- The gravitating effect could be less powerful than the current expansion, which means the Universe will expand forever, although the expansion rate could continue to slow down.
- The effect of gravitation and the initial expansion could balance each other perfectly, which means the expansion rate will asymptote to zero, but will never reverse itself or recollapse.
For most of the 20th century, these were the three major possibilities considered by cosmologists, and the quest to measure the expansion rate and the expansion history of the Universe was meant to discern between these options.
If the first option described our reality, you couldn’t travel in a straight line forever, because the Universe would only exist for a finite amount of time, so you would run into a sort of wall: a wall in time. You could return to your starting point before the Universe completely recollapsed by traveling in that straight line, but you’d potentially only be able to enjoy it for a short while.
If the second or third option described our reality, you’d eventually be able to “catch up” to any galaxy or object that was out there, even the ones that are expanding away from us extremely rapidly. Over time, the expansion rate would keep on dropping, and progressively more and more distant galaxies would first come into view, and then eventually be overtaken by a space traveler who kept on moving in that same straight line for long enough. If the Universe were infinite, we’d eventually be able to catch up to anything; if the Universe were finite, we’d eventually be able to return to our starting point.
However — and this is a huge “however” — none of these scenarios adequately describe how our Universe is actually expanding. In reality, we live in a Universe dominated by dark energy: a form of energy inherent to the fabric of space that always maintains a constant energy density. Even as space itself expands, the density of dark energy never drops, and hence, the expansion rate always remains positive and finite. This changes our expected fate dramatically, and means that if you were to put your finger down on any galaxy that wasn’t gravitationally bound to us, you’d find that, once it expanded beyond a certain distance from us, we’d never be able to catch up to it. Effectively, it will have disappeared from our reach, no matter how long we traveled for and no matter how close to the speed of light we were able to reach.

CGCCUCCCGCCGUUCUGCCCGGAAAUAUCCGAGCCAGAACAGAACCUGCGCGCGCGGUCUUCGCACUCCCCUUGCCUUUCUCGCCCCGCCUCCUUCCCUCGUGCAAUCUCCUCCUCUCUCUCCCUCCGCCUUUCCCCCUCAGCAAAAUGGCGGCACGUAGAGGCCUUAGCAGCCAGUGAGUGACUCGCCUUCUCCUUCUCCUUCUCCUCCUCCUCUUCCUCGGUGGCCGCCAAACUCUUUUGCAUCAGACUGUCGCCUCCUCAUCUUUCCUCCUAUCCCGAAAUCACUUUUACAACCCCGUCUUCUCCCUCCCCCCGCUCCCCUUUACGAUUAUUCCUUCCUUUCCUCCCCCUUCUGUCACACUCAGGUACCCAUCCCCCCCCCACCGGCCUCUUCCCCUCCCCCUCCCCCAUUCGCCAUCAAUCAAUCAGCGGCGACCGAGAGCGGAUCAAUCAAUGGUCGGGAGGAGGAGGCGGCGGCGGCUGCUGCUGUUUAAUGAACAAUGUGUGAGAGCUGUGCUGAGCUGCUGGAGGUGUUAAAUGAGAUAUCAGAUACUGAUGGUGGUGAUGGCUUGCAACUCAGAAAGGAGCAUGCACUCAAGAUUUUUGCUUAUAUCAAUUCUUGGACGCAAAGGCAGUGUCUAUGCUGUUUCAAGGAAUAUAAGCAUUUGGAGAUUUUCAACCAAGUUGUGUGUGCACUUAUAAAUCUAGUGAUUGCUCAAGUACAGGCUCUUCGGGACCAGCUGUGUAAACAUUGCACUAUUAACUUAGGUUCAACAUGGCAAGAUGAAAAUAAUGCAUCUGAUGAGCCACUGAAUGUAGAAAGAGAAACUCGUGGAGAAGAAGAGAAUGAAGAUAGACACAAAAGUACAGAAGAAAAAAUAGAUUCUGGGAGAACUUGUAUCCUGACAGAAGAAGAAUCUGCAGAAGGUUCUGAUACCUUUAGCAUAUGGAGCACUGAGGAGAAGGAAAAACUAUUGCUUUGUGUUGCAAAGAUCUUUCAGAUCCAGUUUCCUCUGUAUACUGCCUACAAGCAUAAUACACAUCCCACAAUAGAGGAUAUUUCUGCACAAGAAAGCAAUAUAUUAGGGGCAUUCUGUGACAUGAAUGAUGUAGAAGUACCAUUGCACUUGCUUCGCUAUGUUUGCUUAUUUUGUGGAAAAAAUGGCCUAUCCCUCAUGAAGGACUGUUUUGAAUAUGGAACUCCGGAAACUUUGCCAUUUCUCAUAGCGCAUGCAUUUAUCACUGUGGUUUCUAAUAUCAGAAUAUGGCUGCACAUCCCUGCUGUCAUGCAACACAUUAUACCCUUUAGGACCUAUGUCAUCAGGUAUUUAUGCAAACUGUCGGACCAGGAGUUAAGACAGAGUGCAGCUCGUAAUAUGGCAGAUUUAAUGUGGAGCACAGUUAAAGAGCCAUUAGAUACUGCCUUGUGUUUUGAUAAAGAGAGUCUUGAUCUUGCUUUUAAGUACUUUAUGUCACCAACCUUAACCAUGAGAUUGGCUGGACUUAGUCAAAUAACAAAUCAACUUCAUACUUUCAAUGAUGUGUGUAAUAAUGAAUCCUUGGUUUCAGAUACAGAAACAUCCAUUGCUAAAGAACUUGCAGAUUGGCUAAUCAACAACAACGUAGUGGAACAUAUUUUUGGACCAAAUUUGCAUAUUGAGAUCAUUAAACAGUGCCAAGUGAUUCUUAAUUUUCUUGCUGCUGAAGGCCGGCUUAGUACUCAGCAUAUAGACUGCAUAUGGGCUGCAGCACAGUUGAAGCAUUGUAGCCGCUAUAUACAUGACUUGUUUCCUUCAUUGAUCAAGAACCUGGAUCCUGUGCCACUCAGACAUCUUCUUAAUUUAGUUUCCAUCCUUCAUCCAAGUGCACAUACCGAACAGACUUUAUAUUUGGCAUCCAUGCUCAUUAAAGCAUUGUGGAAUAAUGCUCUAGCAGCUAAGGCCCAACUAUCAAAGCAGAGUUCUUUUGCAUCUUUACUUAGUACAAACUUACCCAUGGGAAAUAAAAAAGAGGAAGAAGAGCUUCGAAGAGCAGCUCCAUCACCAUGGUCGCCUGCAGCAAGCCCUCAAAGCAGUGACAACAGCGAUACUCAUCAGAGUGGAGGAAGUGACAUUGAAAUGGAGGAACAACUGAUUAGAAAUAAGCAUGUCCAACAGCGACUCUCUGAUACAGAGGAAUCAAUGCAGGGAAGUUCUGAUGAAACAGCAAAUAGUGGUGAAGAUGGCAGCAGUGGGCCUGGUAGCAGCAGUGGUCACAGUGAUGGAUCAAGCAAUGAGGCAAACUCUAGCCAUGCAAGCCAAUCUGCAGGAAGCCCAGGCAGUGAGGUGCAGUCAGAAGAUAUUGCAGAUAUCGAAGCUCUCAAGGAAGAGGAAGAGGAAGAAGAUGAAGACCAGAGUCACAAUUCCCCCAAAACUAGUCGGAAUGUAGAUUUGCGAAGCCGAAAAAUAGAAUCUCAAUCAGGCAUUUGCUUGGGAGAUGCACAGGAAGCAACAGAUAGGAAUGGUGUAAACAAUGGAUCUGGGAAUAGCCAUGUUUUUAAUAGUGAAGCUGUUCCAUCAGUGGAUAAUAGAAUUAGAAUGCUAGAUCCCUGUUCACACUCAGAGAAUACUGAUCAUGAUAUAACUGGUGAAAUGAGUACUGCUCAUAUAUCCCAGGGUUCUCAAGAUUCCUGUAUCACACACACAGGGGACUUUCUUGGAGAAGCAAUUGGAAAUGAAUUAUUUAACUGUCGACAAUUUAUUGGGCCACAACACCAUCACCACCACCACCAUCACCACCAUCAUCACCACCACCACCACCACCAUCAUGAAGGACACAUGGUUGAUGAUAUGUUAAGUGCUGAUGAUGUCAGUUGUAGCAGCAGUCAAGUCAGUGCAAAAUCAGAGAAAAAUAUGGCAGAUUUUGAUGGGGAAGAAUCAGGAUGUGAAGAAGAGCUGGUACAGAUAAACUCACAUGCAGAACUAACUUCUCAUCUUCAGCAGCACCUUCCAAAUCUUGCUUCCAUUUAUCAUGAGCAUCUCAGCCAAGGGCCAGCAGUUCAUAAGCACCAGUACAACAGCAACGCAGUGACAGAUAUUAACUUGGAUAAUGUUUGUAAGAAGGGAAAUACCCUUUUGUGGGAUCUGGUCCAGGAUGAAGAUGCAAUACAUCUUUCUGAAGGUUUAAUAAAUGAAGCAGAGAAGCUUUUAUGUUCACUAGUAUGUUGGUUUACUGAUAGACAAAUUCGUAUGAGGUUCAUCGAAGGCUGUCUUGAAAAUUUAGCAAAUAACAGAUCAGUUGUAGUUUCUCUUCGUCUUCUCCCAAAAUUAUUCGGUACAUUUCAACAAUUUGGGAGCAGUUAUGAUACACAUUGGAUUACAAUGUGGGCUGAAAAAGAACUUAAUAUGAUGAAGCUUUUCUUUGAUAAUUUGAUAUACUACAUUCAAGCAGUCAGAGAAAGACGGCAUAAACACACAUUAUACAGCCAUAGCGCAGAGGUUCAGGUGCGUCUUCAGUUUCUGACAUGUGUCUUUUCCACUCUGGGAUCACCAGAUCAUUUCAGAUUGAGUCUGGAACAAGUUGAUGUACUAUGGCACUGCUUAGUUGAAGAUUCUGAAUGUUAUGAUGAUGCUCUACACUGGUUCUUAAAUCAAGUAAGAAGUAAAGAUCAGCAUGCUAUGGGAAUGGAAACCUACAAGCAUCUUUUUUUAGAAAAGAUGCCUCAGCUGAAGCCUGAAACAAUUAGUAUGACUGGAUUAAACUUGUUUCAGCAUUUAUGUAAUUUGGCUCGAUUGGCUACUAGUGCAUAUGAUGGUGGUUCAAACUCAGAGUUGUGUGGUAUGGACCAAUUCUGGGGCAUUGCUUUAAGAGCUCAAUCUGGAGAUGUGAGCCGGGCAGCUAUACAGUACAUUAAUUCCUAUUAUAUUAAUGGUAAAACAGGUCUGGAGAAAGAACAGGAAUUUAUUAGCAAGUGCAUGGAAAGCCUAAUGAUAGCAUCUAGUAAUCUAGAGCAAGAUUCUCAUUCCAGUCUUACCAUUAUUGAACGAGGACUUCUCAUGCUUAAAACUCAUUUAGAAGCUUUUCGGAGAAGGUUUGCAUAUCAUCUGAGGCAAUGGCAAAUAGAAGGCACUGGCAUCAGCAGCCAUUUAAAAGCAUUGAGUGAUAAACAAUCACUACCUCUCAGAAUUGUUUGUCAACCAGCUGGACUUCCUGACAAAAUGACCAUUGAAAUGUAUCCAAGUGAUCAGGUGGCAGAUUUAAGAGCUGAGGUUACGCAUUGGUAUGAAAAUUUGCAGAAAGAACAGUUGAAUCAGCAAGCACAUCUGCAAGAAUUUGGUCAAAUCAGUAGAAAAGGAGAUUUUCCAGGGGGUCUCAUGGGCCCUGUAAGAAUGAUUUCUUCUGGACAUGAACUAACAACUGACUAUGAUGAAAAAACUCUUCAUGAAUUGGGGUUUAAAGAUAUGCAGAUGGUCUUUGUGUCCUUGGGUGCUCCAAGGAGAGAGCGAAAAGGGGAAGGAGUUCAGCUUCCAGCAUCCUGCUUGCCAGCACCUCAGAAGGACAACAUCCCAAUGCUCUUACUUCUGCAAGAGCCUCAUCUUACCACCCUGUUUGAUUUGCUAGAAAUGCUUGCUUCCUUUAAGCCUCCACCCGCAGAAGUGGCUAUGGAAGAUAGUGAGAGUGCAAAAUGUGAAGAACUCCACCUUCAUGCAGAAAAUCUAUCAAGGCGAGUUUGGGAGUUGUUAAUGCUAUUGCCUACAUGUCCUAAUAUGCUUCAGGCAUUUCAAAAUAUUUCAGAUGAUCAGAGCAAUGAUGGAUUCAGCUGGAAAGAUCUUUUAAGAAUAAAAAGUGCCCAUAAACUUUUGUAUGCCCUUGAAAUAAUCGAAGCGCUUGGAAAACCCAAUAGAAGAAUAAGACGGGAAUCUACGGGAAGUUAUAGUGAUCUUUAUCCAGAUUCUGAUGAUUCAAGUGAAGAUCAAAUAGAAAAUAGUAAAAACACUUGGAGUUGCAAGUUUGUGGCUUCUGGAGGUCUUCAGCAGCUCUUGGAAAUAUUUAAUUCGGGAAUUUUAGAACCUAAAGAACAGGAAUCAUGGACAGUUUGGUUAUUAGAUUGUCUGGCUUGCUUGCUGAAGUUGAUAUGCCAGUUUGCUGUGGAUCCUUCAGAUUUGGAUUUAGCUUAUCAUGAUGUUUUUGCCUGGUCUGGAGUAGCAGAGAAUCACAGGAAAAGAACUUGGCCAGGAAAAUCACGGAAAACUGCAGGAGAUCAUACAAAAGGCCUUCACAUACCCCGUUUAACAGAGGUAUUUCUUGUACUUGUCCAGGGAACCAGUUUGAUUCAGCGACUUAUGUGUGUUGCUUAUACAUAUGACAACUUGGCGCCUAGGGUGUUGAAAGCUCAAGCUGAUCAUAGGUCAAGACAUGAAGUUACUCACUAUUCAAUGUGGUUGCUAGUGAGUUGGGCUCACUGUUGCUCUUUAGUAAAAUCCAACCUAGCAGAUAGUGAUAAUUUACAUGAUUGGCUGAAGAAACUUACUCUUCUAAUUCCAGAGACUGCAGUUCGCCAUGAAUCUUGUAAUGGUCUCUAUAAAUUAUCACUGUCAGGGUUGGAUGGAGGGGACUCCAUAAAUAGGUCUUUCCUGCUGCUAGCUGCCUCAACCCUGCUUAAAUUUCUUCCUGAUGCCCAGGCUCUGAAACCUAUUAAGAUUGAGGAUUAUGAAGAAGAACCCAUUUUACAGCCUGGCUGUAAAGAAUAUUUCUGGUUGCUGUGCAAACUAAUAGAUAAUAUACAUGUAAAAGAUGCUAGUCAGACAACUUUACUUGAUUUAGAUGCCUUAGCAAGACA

And that, quite sadly, provides us with our answer. If you traveled in a straight line, you could travel forever in time, but you’d only be able to reach a very small proportion of even the observable Universe. Everything beyond our current cosmic horizon — beyond the limit of what we can presently see — is forever beyond our ability to reach. In fact, today, everything that’s farther than 18 billion light-years away is already unreachable. This means that, of everything we can observe, only ~6% of the objects out there are potentially reachable by us. With every single second that passes, there are tens of thousands of stars that the expanding Universe pushes over that critical boundary, causing them to transition from “reachable” to “unreachable,” even if we left on a journey for them, today, at the speed of light.
Despite all the possibilities that account for the shape, curvature, and topology of the Universe, traveling in a straight line, even forever, can never return you to your starting point. The combined facts that:
- the Universe is expanding,
- dark energy is causing the expansion to accelerate,
- it’s already 13.8 billion years after the Big Bang,
- and the Universe does not repeat and is not finite on scales smaller than ~46 billion light-years,
ensure that we’ll never be able to circumnavigate the Universe the way we can circumnavigate the Earth. The Universe may, on some very grand cosmic scale, truly be finite in nature. But even if it is, we’ll never be able to know. While we can travel through space as far as we like, as fast as we can, for as long as we can imagine without end, most of what’s in the Universe is already forever beyond our reach. There is a cosmic horizon that limits how far we can travel through the expanding Universe, and for objects more than ~18 billion light-years away at present, they’re already effectively gone.